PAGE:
The word that I use for all of this is a "consumer mentality." Consumer advocacy is the positive spin on this whole idea. The name that comes to mind for me when I think about consumer advocacy or consumer mentality is Ralph Nader. Early this past week, Dave Ross from KIRO radio was putting out an all-points bulletin asking, "Where is Ralph Nader?" He was trying to get Nader on his show. He wasn't able to make contact and so he proclaimed, "Ralph Nader is missing." I heard by the end of the week they were finally able to make contact and Nader was scheduled to be on the show. I'm not sure what he had to say. For me his name will always be tied to consumer advocacy. Certainly he was right in pushing for people to demand quality in a product. To demand responsibility from a company. I think that those concerns are appropriate. We've taken those concerns and pushed them further and further and further to the point where they had become "me first," "not in my backyard." If I don't like it, it's not going to happen. I paid my money and I want what I paid for. An antagonistic response, an adversarial relationship in which we are insistent that things have to be the way that we want them to be or we're going to take our ball and go home. We're all guilty of this. I know that I'm guilty of this in my life. When I go and buy a product, I want the product to work. I want it to work like it's supposed to work. After I've spent all the time researching and preparing myself for the purchase I want it to be the way it's supposed to be. If I go and give my time and energy to an organization, I want that organization to function well, to be effective and to make a difference in the world. That's why I signed as a member.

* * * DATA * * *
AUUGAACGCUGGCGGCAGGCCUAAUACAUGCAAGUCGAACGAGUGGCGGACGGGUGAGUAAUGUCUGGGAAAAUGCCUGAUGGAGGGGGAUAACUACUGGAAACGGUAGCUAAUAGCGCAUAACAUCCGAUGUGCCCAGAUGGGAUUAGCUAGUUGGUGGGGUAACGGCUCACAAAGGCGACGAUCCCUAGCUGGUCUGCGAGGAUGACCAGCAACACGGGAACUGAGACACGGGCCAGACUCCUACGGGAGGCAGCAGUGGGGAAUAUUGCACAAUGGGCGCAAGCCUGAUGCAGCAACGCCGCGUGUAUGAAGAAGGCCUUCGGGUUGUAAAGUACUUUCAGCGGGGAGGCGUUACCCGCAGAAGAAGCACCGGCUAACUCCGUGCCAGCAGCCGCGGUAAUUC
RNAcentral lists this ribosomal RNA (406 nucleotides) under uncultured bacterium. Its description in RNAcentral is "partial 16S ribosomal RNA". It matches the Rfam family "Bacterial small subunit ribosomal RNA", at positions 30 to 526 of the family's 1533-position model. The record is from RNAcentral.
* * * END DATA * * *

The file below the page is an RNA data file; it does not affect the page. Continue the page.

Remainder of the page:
The me first, the not in my backyard, the consumer mentality misses out on the whole element of love, the whole concept of a covenant relationship of people that are involved with one another. If you want to do the most constructive thing, then you need to work together. That's what consumer advocacy was about in the beginning. For people to work together with companies to produce good products. We don't want the companies to go out of business. We need the things that they produce, but we want them to produce quality goods that are going to be good for the society. When we start to demand that things have to be our way, that we have to be the ones that get the benefit, then we've gone too far astray and we miss out on the very thing that Jesus was trying to share with us.

Jesus was always countering the law, the rules. The rules were developed over time so that people knew that they were getting a quality product. If you follow the rules, if you pay your money you'll get the reward you're looking for. Guaranteed. And Jesus said, "It's not that way. It's not just about following the rules. It's about spirit. It's about heart. It's about the way you live with people, the way you share yourselves with others. People are more important than rules. You have to have the right spirit about things. You have to be working together in a community for the common good."

We're a country of rugged individualists - moving west across the prairie, leaving behind home and family in some far off land, coming here for a new start, for a new opportunity. We're uncomfortable with the idea that we need to work together with everyone else. That's the reality of it. But we're not individuals. We're a community. A community of people created by God. The more that we can work together and help each one share the gifts that a person has to contribute, the more that we will be the kind of people God wants us to be. May God's Spirit speak to us today. Help us to see past our consumer mentality. Help us to share God's love with all people. Thanks be to God. Amen.